Forum Rocket German German Grammar lesson 9.11: why is it written as 'eine', not 'einer'(dative feminine, my logic)

lesson 9.11: why is it written as 'eine', not 'einer'(dative feminine, my logic)

AhmetO3

Hello: lesson 9.11: why is it written as 'eine', not 'einer'(dative feminine, my logic). Thank you. 
Ich gebe Paul eine Fahrkarte für den Bus.

I give Paul a ticket for the bus.

Julia-Rocket-German-Tutor

Hallo AhmetO3,

eine Fahrkarte is the direct object of the sentence and therefore has to be put the accusative case. 
Paul is the person to whom an action is being performed and so he is acting as the indirect object of the sentence and has to be put in the dative case. 
If you wanted to put a definite article in front of  his name it would have to be declined to dem: "Ich gebe (dem) Paul eine Fahrkarte für den Bus."  - "I give (the) Paul a ticket for the bus." Please note that this would be quite uncommon to say.

Let me give you some more examples:
"Ich gebe dem Mann eine Fahrkarte für den Bus." - "I give the man a ticket for the bus."
"Ich gebe der Frau eine Fahrkarte für den Bus." - "I give the woman a ticket for the bus."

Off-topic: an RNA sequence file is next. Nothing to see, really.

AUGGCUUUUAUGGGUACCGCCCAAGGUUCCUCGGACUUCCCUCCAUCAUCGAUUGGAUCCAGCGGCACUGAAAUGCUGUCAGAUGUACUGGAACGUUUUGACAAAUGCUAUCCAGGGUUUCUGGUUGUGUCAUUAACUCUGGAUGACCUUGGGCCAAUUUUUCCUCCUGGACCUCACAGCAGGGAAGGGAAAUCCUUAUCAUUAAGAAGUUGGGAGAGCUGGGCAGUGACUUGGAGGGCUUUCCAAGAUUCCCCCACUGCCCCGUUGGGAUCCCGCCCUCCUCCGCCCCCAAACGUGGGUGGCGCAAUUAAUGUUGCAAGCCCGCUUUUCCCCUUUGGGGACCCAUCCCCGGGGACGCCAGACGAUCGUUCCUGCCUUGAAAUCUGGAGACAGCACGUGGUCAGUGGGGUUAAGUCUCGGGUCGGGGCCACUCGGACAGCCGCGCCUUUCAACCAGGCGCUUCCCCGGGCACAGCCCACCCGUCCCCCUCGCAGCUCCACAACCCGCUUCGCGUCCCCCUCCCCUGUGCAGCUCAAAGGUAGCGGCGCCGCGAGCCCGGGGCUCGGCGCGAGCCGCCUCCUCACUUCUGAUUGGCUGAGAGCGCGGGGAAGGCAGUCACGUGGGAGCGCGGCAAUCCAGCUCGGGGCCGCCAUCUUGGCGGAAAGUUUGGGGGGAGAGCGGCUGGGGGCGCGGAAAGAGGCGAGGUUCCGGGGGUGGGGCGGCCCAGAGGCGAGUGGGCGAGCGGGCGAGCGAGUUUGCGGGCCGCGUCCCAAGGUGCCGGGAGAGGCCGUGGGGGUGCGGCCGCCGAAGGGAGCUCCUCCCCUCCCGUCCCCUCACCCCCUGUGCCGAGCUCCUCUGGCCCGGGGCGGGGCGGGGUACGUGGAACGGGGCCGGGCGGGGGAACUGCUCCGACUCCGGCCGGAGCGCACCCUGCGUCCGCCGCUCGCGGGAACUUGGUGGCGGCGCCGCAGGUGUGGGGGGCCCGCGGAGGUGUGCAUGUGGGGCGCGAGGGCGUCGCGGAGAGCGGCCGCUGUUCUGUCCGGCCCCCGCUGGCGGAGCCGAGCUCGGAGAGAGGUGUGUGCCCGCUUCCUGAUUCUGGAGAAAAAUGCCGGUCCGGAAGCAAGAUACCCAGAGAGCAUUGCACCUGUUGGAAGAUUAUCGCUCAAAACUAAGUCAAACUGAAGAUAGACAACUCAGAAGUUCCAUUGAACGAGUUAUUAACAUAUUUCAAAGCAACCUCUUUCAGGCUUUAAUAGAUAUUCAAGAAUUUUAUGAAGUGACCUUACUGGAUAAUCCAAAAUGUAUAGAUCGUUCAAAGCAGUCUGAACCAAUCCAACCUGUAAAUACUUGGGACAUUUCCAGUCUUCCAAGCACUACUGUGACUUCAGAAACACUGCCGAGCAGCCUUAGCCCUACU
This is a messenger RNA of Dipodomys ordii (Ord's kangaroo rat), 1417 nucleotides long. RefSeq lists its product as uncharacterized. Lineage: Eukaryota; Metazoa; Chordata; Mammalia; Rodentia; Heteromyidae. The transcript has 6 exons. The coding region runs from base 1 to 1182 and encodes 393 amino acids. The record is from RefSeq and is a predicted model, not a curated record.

"Ich gebe dem Kind eine Fahrkarte für den Bus." - "I give the child a ticket for the bus."

I hope this clears things up!

Grüße
Julia

Peter--252

As an addition  to Julia's comprehensive reply, you could apply a "rule of thumb": if you can insert "to" or "for" in front of the noun it is likely to be the indirect object.
In the above:
 "I give to the man a ticket for the bus." (The order is a bit unusual and sounds stilted, more common would be "I give a ticket to the man for the bus.)
And in Ahmet's original, you could say "I give a ticket to Paul for the bus."
In the last example it's clearer that "ticket" is the direct object, I think.

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